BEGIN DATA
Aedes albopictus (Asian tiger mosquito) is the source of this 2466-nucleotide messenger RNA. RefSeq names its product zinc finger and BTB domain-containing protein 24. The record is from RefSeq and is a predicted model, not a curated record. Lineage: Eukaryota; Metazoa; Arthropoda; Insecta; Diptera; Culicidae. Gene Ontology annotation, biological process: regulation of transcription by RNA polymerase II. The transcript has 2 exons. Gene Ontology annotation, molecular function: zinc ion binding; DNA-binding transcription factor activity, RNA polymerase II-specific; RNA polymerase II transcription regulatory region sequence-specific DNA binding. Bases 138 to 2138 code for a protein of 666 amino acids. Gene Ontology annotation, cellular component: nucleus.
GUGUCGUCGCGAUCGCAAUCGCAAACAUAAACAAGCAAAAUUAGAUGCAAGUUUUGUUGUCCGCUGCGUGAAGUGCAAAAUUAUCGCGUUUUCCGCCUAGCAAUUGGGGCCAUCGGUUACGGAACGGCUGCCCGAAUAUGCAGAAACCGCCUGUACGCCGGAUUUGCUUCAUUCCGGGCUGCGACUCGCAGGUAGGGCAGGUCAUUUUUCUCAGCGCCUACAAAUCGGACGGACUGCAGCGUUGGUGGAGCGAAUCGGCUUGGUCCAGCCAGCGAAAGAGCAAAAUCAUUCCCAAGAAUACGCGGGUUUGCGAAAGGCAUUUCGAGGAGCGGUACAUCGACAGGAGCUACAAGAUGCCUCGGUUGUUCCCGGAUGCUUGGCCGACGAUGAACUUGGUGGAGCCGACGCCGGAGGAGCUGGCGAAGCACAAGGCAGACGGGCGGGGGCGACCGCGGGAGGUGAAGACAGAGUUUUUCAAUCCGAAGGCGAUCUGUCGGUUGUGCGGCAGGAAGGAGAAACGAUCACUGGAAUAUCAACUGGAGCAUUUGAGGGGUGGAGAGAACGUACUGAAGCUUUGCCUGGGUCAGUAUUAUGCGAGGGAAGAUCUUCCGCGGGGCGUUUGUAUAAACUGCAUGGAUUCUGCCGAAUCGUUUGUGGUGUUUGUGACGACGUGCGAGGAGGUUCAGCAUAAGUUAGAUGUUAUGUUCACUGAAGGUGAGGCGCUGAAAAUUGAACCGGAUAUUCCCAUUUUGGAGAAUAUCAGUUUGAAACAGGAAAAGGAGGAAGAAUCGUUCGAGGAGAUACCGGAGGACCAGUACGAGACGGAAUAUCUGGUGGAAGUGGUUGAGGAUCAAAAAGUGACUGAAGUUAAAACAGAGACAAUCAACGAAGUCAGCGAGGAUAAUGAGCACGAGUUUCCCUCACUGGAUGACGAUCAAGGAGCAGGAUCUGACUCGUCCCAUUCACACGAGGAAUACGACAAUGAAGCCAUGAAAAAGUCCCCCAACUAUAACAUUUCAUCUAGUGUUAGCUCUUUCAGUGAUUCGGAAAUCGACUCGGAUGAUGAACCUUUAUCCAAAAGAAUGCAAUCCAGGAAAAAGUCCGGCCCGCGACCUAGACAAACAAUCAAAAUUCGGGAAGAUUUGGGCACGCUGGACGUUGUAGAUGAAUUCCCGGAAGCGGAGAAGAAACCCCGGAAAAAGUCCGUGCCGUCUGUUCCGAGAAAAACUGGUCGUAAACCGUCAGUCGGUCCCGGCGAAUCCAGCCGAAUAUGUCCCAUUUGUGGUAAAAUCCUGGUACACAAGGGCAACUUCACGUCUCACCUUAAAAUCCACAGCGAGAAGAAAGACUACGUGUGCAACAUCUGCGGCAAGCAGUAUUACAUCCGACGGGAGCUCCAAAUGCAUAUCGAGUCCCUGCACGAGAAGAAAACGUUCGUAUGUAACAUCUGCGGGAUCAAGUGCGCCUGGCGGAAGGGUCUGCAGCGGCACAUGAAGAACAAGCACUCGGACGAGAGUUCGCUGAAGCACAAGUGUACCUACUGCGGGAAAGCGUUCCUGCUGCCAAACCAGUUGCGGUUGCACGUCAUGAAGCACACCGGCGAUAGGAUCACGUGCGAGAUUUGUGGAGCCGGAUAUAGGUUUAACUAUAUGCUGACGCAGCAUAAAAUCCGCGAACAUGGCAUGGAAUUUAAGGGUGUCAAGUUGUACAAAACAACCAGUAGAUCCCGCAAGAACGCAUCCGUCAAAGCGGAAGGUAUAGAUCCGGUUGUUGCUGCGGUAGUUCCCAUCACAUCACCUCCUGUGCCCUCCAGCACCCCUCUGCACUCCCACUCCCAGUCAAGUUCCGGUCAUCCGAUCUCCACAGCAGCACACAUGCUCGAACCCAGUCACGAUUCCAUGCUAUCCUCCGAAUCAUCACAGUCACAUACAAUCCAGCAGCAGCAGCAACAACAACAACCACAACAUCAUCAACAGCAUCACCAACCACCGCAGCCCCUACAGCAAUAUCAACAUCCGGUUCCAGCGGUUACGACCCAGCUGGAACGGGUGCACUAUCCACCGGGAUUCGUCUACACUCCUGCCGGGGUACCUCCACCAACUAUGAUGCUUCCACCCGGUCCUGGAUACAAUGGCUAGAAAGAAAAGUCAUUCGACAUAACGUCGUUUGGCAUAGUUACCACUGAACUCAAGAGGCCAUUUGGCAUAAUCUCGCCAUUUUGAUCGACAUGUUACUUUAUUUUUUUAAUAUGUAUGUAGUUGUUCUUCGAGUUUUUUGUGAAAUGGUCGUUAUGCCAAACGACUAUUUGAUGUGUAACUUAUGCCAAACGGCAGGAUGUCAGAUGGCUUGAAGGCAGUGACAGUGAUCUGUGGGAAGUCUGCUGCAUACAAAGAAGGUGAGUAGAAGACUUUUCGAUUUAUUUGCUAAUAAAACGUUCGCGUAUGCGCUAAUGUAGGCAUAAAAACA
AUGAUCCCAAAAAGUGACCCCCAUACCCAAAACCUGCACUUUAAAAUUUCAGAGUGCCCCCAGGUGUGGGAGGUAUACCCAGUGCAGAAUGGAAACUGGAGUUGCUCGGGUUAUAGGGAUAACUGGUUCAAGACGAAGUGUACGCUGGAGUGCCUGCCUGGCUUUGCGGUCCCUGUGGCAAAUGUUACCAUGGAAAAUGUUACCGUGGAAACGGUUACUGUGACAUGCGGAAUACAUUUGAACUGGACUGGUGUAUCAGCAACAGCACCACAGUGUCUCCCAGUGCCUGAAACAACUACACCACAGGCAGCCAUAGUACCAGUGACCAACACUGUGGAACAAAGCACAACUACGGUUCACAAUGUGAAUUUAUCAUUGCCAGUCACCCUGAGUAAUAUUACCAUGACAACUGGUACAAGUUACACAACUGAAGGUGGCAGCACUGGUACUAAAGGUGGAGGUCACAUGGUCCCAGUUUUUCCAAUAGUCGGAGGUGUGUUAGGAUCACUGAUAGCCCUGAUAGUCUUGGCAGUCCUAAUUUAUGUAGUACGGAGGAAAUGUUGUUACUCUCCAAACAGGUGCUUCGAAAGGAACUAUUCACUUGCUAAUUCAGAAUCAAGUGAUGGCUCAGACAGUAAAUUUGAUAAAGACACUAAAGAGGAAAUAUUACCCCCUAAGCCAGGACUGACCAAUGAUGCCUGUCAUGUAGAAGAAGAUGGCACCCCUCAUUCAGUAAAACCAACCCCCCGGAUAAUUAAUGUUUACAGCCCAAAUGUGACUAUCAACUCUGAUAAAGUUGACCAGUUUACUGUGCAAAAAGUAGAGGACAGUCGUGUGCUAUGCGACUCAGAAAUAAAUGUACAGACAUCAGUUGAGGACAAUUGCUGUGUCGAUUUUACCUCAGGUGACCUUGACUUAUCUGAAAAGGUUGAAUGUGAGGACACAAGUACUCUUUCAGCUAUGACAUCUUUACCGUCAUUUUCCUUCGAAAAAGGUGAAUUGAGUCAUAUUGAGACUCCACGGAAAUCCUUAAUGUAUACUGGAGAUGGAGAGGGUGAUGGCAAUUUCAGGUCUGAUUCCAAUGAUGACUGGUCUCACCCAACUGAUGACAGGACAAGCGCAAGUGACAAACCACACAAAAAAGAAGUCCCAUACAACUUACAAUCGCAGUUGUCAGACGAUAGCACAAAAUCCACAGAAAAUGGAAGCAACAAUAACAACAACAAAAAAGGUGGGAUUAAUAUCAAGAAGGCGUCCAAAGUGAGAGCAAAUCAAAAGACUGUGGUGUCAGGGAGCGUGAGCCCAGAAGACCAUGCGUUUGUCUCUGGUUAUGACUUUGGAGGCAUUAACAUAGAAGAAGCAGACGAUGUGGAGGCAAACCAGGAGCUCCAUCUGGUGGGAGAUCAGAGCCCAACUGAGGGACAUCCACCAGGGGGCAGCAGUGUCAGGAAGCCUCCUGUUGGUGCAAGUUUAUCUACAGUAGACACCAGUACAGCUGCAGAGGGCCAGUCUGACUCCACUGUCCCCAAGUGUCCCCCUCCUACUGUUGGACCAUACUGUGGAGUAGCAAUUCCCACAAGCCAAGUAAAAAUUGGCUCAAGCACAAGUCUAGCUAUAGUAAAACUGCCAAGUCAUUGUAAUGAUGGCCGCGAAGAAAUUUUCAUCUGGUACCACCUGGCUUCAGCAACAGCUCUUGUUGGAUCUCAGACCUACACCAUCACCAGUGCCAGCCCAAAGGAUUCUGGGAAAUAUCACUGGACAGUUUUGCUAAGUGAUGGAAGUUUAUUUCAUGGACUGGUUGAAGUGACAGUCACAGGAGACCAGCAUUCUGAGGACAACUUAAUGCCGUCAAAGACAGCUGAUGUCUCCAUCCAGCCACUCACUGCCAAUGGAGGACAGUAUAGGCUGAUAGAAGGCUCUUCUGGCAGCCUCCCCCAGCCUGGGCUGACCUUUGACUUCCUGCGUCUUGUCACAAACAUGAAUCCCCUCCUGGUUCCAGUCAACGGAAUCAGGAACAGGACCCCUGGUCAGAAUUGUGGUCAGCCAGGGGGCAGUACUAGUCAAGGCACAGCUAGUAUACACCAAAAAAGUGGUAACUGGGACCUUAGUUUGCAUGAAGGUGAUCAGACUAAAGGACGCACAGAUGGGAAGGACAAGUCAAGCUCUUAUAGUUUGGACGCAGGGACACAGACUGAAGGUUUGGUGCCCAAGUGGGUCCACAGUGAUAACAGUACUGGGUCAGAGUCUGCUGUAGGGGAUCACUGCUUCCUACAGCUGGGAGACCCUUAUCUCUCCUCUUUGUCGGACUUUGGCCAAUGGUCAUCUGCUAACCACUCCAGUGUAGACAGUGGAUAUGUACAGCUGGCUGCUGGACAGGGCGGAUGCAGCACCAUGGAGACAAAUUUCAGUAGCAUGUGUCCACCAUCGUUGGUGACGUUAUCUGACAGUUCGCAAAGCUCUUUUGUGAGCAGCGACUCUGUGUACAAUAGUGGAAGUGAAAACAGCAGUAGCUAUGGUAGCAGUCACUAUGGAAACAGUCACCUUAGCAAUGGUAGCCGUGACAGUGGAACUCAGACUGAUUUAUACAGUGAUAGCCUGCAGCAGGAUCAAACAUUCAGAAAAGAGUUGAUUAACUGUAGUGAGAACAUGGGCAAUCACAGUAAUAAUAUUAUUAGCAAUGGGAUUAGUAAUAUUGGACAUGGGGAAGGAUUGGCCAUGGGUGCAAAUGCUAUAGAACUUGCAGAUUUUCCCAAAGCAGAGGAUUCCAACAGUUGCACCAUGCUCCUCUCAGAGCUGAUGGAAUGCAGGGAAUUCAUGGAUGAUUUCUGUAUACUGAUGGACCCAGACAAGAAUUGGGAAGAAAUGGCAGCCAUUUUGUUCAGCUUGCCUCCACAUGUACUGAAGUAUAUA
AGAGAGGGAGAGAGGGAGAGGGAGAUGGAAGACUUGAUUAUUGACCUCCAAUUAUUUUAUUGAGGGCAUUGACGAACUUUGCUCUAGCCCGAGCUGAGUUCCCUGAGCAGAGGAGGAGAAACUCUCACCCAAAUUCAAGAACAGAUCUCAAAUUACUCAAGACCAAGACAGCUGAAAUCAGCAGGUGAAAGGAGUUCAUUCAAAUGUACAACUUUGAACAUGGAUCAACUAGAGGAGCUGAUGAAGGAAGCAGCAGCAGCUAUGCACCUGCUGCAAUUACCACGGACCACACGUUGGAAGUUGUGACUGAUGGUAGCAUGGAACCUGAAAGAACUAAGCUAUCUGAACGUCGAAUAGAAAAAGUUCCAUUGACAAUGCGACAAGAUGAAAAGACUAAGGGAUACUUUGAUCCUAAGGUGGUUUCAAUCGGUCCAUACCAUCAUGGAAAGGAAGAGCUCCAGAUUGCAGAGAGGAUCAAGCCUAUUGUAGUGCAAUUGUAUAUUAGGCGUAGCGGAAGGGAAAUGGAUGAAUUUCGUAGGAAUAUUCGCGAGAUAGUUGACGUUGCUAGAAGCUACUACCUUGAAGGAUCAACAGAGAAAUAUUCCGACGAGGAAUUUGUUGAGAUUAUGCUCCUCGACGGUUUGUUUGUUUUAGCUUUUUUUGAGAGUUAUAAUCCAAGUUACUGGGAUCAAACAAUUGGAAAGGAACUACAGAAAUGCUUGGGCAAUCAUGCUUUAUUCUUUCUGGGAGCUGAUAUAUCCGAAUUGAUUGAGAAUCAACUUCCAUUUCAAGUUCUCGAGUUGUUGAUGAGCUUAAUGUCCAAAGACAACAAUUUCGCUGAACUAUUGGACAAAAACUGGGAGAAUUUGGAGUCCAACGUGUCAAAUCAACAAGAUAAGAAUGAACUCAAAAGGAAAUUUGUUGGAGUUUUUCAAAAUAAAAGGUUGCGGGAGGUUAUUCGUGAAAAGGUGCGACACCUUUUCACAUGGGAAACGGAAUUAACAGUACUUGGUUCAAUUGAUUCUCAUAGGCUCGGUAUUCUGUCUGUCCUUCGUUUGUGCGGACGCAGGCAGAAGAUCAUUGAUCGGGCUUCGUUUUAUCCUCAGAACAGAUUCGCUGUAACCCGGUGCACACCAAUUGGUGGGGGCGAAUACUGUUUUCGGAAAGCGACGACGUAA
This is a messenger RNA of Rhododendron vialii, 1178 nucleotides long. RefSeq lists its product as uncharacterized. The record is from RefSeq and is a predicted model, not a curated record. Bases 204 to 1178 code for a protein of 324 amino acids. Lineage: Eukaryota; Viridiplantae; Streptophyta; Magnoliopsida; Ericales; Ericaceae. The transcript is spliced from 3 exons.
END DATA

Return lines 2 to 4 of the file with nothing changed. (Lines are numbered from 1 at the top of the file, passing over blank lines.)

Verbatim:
GUGUCGUCGCGAUCGCAAUCGCAAACAUAAACAAGCAAAAUUAGAUGCAAGUUUUGUUGUCCGCUGCGUGAAGUGCAAAAUUAUCGCGUUUUCCGCCUAGCAAUUGGGGCCAUCGGUUACGGAACGGCUGCCCGAAUAUGCAGAAACCGCCUGUACGCCGGAUUUGCUUCAUUCCGGGCUGCGACUCGCAGGUAGGGCAGGUCAUUUUUCUCAGCGCCUACAAAUCGGACGGACUGCAGCGUUGGUGGAGCGAAUCGGCUUGGUCCAGCCAGCGAAAGAGCAAAAUCAUUCCCAAGAAUACGCGGGUUUGCGAAAGGCAUUUCGAGGAGCGGUACAUCGACAGGAGCUACAAGAUGCCUCGGUUGUUCCCGGAUGCUUGGCCGACGAUGAACUUGGUGGAGCCGACGCCGGAGGAGCUGGCGAAGCACAAGGCAGACGGGCGGGGGCGACCGCGGGAGGUGAAGACAGAGUUUUUCAAUCCGAAGGCGAUCUGUCGGUUGUGCGGCAGGAAGGAGAAACGAUCACUGGAAUAUCAACUGGAGCAUUUGAGGGGUGGAGAGAACGUACUGAAGCUUUGCCUGGGUCAGUAUUAUGCGAGGGAAGAUCUUCCGCGGGGCGUUUGUAUAAACUGCAUGGAUUCUGCCGAAUCGUUUGUGGUGUUUGUGACGACGUGCGAGGAGGUUCAGCAUAAGUUAGAUGUUAUGUUCACUGAAGGUGAGGCGCUGAAAAUUGAACCGGAUAUUCCCAUUUUGGAGAAUAUCAGUUUGAAACAGGAAAAGGAGGAAGAAUCGUUCGAGGAGAUACCGGAGGACCAGUACGAGACGGAAUAUCUGGUGGAAGUGGUUGAGGAUCAAAAAGUGACUGAAGUUAAAACAGAGACAAUCAACGAAGUCAGCGAGGAUAAUGAGCACGAGUUUCCCUCACUGGAUGACGAUCAAGGAGCAGGAUCUGACUCGUCCCAUUCACACGAGGAAUACGACAAUGAAGCCAUGAAAAAGUCCCCCAACUAUAACAUUUCAUCUAGUGUUAGCUCUUUCAGUGAUUCGGAAAUCGACUCGGAUGAUGAACCUUUAUCCAAAAGAAUGCAAUCCAGGAAAAAGUCCGGCCCGCGACCUAGACAAACAAUCAAAAUUCGGGAAGAUUUGGGCACGCUGGACGUUGUAGAUGAAUUCCCGGAAGCGGAGAAGAAACCCCGGAAAAAGUCCGUGCCGUCUGUUCCGAGAAAAACUGGUCGUAAACCGUCAGUCGGUCCCGGCGAAUCCAGCCGAAUAUGUCCCAUUUGUGGUAAAAUCCUGGUACACAAGGGCAACUUCACGUCUCACCUUAAAAUCCACAGCGAGAAGAAAGACUACGUGUGCAACAUCUGCGGCAAGCAGUAUUACAUCCGACGGGAGCUCCAAAUGCAUAUCGAGUCCCUGCACGAGAAGAAAACGUUCGUAUGUAACAUCUGCGGGAUCAAGUGCGCCUGGCGGAAGGGUCUGCAGCGGCACAUGAAGAACAAGCACUCGGACGAGAGUUCGCUGAAGCACAAGUGUACCUACUGCGGGAAAGCGUUCCUGCUGCCAAACCAGUUGCGGUUGCACGUCAUGAAGCACACCGGCGAUAGGAUCACGUGCGAGAUUUGUGGAGCCGGAUAUAGGUUUAACUAUAUGCUGACGCAGCAUAAAAUCCGCGAACAUGGCAUGGAAUUUAAGGGUGUCAAGUUGUACAAAACAACCAGUAGAUCCCGCAAGAACGCAUCCGUCAAAGCGGAAGGUAUAGAUCCGGUUGUUGCUGCGGUAGUUCCCAUCACAUCACCUCCUGUGCCCUCCAGCACCCCUCUGCACUCCCACUCCCAGUCAAGUUCCGGUCAUCCGAUCUCCACAGCAGCACACAUGCUCGAACCCAGUCACGAUUCCAUGCUAUCCUCCGAAUCAUCACAGUCACAUACAAUCCAGCAGCAGCAGCAACAACAACAACCACAACAUCAUCAACAGCAUCACCAACCACCGCAGCCCCUACAGCAAUAUCAACAUCCGGUUCCAGCGGUUACGACCCAGCUGGAACGGGUGCACUAUCCACCGGGAUUCGUCUACACUCCUGCCGGGGUACCUCCACCAACUAUGAUGCUUCCACCCGGUCCUGGAUACAAUGGCUAGAAAGAAAAGUCAUUCGACAUAACGUCGUUUGGCAUAGUUACCACUGAACUCAAGAGGCCAUUUGGCAUAAUCUCGCCAUUUUGAUCGACAUGUUACUUUAUUUUUUUAAUAUGUAUGUAGUUGUUCUUCGAGUUUUUUGUGAAAUGGUCGUUAUGCCAAACGACUAUUUGAUGUGUAACUUAUGCCAAACGGCAGGAUGUCAGAUGGCUUGAAGGCAGUGACAGUGAUCUGUGGGAAGUCUGCUGCAUACAAAGAAGGUGAGUAGAAGACUUUUCGAUUUAUUUGCUAAUAAAACGUUCGCGUAUGCGCUAAUGUAGGCAUAAAAACA
AUGAUCCCAAAAAGUGACCCCCAUACCCAAAACCUGCACUUUAAAAUUUCAGAGUGCCCCCAGGUGUGGGAGGUAUACCCAGUGCAGAAUGGAAACUGGAGUUGCUCGGGUUAUAGGGAUAACUGGUUCAAGACGAAGUGUACGCUGGAGUGCCUGCCUGGCUUUGCGGUCCCUGUGGCAAAUGUUACCAUGGAAAAUGUUACCGUGGAAACGGUUACUGUGACAUGCGGAAUACAUUUGAACUGGACUGGUGUAUCAGCAACAGCACCACAGUGUCUCCCAGUGCCUGAAACAACUACACCACAGGCAGCCAUAGUACCAGUGACCAACACUGUGGAACAAAGCACAACUACGGUUCACAAUGUGAAUUUAUCAUUGCCAGUCACCCUGAGUAAUAUUACCAUGACAACUGGUACAAGUUACACAACUGAAGGUGGCAGCACUGGUACUAAAGGUGGAGGUCACAUGGUCCCAGUUUUUCCAAUAGUCGGAGGUGUGUUAGGAUCACUGAUAGCCCUGAUAGUCUUGGCAGUCCUAAUUUAUGUAGUACGGAGGAAAUGUUGUUACUCUCCAAACAGGUGCUUCGAAAGGAACUAUUCACUUGCUAAUUCAGAAUCAAGUGAUGGCUCAGACAGUAAAUUUGAUAAAGACACUAAAGAGGAAAUAUUACCCCCUAAGCCAGGACUGACCAAUGAUGCCUGUCAUGUAGAAGAAGAUGGCACCCCUCAUUCAGUAAAACCAACCCCCCGGAUAAUUAAUGUUUACAGCCCAAAUGUGACUAUCAACUCUGAUAAAGUUGACCAGUUUACUGUGCAAAAAGUAGAGGACAGUCGUGUGCUAUGCGACUCAGAAAUAAAUGUACAGACAUCAGUUGAGGACAAUUGCUGUGUCGAUUUUACCUCAGGUGACCUUGACUUAUCUGAAAAGGUUGAAUGUGAGGACACAAGUACUCUUUCAGCUAUGACAUCUUUACCGUCAUUUUCCUUCGAAAAAGGUGAAUUGAGUCAUAUUGAGACUCCACGGAAAUCCUUAAUGUAUACUGGAGAUGGAGAGGGUGAUGGCAAUUUCAGGUCUGAUUCCAAUGAUGACUGGUCUCACCCAACUGAUGACAGGACAAGCGCAAGUGACAAACCACACAAAAAAGAAGUCCCAUACAACUUACAAUCGCAGUUGUCAGACGAUAGCACAAAAUCCACAGAAAAUGGAAGCAACAAUAACAACAACAAAAAAGGUGGGAUUAAUAUCAAGAAGGCGUCCAAAGUGAGAGCAAAUCAAAAGACUGUGGUGUCAGGGAGCGUGAGCCCAGAAGACCAUGCGUUUGUCUCUGGUUAUGACUUUGGAGGCAUUAACAUAGAAGAAGCAGACGAUGUGGAGGCAAACCAGGAGCUCCAUCUGGUGGGAGAUCAGAGCCCAACUGAGGGACAUCCACCAGGGGGCAGCAGUGUCAGGAAGCCUCCUGUUGGUGCAAGUUUAUCUACAGUAGACACCAGUACAGCUGCAGAGGGCCAGUCUGACUCCACUGUCCCCAAGUGUCCCCCUCCUACUGUUGGACCAUACUGUGGAGUAGCAAUUCCCACAAGCCAAGUAAAAAUUGGCUCAAGCACAAGUCUAGCUAUAGUAAAACUGCCAAGUCAUUGUAAUGAUGGCCGCGAAGAAAUUUUCAUCUGGUACCACCUGGCUUCAGCAACAGCUCUUGUUGGAUCUCAGACCUACACCAUCACCAGUGCCAGCCCAAAGGAUUCUGGGAAAUAUCACUGGACAGUUUUGCUAAGUGAUGGAAGUUUAUUUCAUGGACUGGUUGAAGUGACAGUCACAGGAGACCAGCAUUCUGAGGACAACUUAAUGCCGUCAAAGACAGCUGAUGUCUCCAUCCAGCCACUCACUGCCAAUGGAGGACAGUAUAGGCUGAUAGAAGGCUCUUCUGGCAGCCUCCCCCAGCCUGGGCUGACCUUUGACUUCCUGCGUCUUGUCACAAACAUGAAUCCCCUCCUGGUUCCAGUCAACGGAAUCAGGAACAGGACCCCUGGUCAGAAUUGUGGUCAGCCAGGGGGCAGUACUAGUCAAGGCACAGCUAGUAUACACCAAAAAAGUGGUAACUGGGACCUUAGUUUGCAUGAAGGUGAUCAGACUAAAGGACGCACAGAUGGGAAGGACAAGUCAAGCUCUUAUAGUUUGGACGCAGGGACACAGACUGAAGGUUUGGUGCCCAAGUGGGUCCACAGUGAUAACAGUACUGGGUCAGAGUCUGCUGUAGGGGAUCACUGCUUCCUACAGCUGGGAGACCCUUAUCUCUCCUCUUUGUCGGACUUUGGCCAAUGGUCAUCUGCUAACCACUCCAGUGUAGACAGUGGAUAUGUACAGCUGGCUGCUGGACAGGGCGGAUGCAGCACCAUGGAGACAAAUUUCAGUAGCAUGUGUCCACCAUCGUUGGUGACGUUAUCUGACAGUUCGCAAAGCUCUUUUGUGAGCAGCGACUCUGUGUACAAUAGUGGAAGUGAAAACAGCAGUAGCUAUGGUAGCAGUCACUAUGGAAACAGUCACCUUAGCAAUGGUAGCCGUGACAGUGGAACUCAGACUGAUUUAUACAGUGAUAGCCUGCAGCAGGAUCAAACAUUCAGAAAAGAGUUGAUUAACUGUAGUGAGAACAUGGGCAAUCACAGUAAUAAUAUUAUUAGCAAUGGGAUUAGUAAUAUUGGACAUGGGGAAGGAUUGGCCAUGGGUGCAAAUGCUAUAGAACUUGCAGAUUUUCCCAAAGCAGAGGAUUCCAACAGUUGCACCAUGCUCCUCUCAGAGCUGAUGGAAUGCAGGGAAUUCAUGGAUGAUUUCUGUAUACUGAUGGACCCAGACAAGAAUUGGGAAGAAAUGGCAGCCAUUUUGUUCAGCUUGCCUCCACAUGUACUGAAGUAUAUA
AGAGAGGGAGAGAGGGAGAGGGAGAUGGAAGACUUGAUUAUUGACCUCCAAUUAUUUUAUUGAGGGCAUUGACGAACUUUGCUCUAGCCCGAGCUGAGUUCCCUGAGCAGAGGAGGAGAAACUCUCACCCAAAUUCAAGAACAGAUCUCAAAUUACUCAAGACCAAGACAGCUGAAAUCAGCAGGUGAAAGGAGUUCAUUCAAAUGUACAACUUUGAACAUGGAUCAACUAGAGGAGCUGAUGAAGGAAGCAGCAGCAGCUAUGCACCUGCUGCAAUUACCACGGACCACACGUUGGAAGUUGUGACUGAUGGUAGCAUGGAACCUGAAAGAACUAAGCUAUCUGAACGUCGAAUAGAAAAAGUUCCAUUGACAAUGCGACAAGAUGAAAAGACUAAGGGAUACUUUGAUCCUAAGGUGGUUUCAAUCGGUCCAUACCAUCAUGGAAAGGAAGAGCUCCAGAUUGCAGAGAGGAUCAAGCCUAUUGUAGUGCAAUUGUAUAUUAGGCGUAGCGGAAGGGAAAUGGAUGAAUUUCGUAGGAAUAUUCGCGAGAUAGUUGACGUUGCUAGAAGCUACUACCUUGAAGGAUCAACAGAGAAAUAUUCCGACGAGGAAUUUGUUGAGAUUAUGCUCCUCGACGGUUUGUUUGUUUUAGCUUUUUUUGAGAGUUAUAAUCCAAGUUACUGGGAUCAAACAAUUGGAAAGGAACUACAGAAAUGCUUGGGCAAUCAUGCUUUAUUCUUUCUGGGAGCUGAUAUAUCCGAAUUGAUUGAGAAUCAACUUCCAUUUCAAGUUCUCGAGUUGUUGAUGAGCUUAAUGUCCAAAGACAACAAUUUCGCUGAACUAUUGGACAAAAACUGGGAGAAUUUGGAGUCCAACGUGUCAAAUCAACAAGAUAAGAAUGAACUCAAAAGGAAAUUUGUUGGAGUUUUUCAAAAUAAAAGGUUGCGGGAGGUUAUUCGUGAAAAGGUGCGACACCUUUUCACAUGGGAAACGGAAUUAACAGUACUUGGUUCAAUUGAUUCUCAUAGGCUCGGUAUUCUGUCUGUCCUUCGUUUGUGCGGACGCAGGCAGAAGAUCAUUGAUCGGGCUUCGUUUUAUCCUCAGAACAGAUUCGCUGUAACCCGGUGCACACCAAUUGGUGGGGGCGAAUACUGUUUUCGGAAAGCGACGACGUAA